Fighting fraud has become a big part of the job for escrow and title professionals. We are not only protecting our company, but we are protecting lenders, buyers and sellers as well. The bad guys are very creative, as detailed in the following story
An order was opened with a title company and the person purporting to be the mortgage broker asked about the possibility of closing the loan herself while still having the title company perform the title work. A few days later, someone claiming to be from the mortgage company came by the title company’s office and asked if she could have some pens and pads. After a title company employee gave her the requested supplies, the mortgage broker also asked to use their closing room the next day to perform a document signing on the transaction they recently opened. The escrow officer told her she could not prepare the documents yet, as there were judgments and liens that still needed to be addressed.
The buyer called, indicating a closer from the title company had come by her office and had her sign all the documents, then left with her cashier’s check made out to the title company. She indicated the settlement statement showed a refund was due to the buyer and wanted to know where her refund was.
The title company’s manager asked for the issuing bank information from the buyer. After the title agent alerted the bank’s fraud department, the bank said the cashier’s check was deposited in a bank account under the title company’s name. The account had been opened just a few days prior ”“ with what turned out to be a phony opening deposit!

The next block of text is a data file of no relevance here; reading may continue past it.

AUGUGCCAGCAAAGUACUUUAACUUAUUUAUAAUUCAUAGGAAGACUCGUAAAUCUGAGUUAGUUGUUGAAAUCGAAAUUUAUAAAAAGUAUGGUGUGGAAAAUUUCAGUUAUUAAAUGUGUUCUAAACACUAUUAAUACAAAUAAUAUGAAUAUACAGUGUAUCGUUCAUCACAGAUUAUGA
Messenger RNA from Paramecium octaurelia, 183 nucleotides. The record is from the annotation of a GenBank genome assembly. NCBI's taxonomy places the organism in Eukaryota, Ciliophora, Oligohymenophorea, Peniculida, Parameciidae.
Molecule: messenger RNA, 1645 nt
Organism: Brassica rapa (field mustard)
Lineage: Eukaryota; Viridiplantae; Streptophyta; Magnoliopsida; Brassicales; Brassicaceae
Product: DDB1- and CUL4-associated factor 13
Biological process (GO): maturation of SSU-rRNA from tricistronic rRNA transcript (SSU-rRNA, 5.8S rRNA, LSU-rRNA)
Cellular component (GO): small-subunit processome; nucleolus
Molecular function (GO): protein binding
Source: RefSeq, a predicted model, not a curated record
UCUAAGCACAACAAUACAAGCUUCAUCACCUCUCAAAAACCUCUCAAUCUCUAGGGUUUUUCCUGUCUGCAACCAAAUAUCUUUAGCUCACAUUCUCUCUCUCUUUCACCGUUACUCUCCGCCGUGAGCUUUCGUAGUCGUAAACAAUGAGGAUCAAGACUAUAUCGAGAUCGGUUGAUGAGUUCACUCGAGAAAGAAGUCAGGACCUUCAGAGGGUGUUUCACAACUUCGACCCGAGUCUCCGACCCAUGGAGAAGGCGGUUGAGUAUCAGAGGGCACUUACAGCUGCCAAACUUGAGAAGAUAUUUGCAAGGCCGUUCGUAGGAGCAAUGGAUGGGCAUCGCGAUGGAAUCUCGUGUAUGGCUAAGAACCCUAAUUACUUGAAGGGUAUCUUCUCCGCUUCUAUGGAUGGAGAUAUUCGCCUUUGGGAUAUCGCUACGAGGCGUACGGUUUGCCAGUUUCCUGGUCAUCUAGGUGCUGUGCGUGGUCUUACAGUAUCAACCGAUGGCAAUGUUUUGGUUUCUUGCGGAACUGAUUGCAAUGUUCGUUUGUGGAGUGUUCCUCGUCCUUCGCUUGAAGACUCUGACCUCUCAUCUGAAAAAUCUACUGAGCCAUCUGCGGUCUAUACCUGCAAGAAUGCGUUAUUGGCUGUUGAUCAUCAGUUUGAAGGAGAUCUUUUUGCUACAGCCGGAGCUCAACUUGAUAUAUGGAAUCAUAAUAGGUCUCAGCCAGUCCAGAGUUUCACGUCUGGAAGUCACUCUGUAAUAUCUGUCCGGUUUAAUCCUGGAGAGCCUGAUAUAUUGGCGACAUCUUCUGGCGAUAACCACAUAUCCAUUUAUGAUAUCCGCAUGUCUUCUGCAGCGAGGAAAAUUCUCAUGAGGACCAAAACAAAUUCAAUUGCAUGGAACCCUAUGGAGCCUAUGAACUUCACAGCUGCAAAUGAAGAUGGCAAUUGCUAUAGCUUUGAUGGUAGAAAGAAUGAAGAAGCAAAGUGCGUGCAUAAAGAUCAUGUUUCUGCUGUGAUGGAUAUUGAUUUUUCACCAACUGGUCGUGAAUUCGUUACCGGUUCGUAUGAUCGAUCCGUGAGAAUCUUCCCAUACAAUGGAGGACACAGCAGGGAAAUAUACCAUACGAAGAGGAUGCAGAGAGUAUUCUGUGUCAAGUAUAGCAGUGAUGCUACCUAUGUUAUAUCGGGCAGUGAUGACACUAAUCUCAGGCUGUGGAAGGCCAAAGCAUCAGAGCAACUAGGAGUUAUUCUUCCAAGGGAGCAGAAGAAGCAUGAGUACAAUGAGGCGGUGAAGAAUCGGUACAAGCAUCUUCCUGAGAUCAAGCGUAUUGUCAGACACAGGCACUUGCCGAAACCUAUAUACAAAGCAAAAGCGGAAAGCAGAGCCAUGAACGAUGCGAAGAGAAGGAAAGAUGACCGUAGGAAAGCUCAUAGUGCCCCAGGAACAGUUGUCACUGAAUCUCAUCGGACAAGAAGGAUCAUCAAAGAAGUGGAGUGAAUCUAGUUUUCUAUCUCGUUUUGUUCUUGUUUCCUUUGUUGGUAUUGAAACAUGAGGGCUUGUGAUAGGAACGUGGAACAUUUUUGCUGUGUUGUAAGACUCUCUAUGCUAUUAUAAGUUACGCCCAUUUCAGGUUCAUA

With today’s technology, it’s simple to create official looking documents in order to commit a fraudulent act. The example above is just one of many”¦
Many lenders today require that the escrow company conduct the signing in their office or by their own employees to prevent the above scenario. Many escrow and title companies have employees that will conduct mobile signings or have business relationships with national mobile notary companies (with the necessary safeguards, including adequate E&O insurance) to combat fraud. Gone are the days of picking up a deed or loan package and getting them signed on your own. As with most things in life, the actions of a few can create additional hurdles for the rest”¦
So next time your escrow officer insists you or your client come into the office to sign, you’ll understand why the request is being made.
About the Author: Bill Risser is an Assistant Vice President and Branch Manager of the Chicago Title ”“ Gilbert office. You can find him at CT-Gilbert.com and on Twitter at @billrisser, that is, when he’s not on a local golf course with his son, at the movies with his wife, or tending to one of his four fantasy leagues (NFL, MLB, PGA, and NASCAR).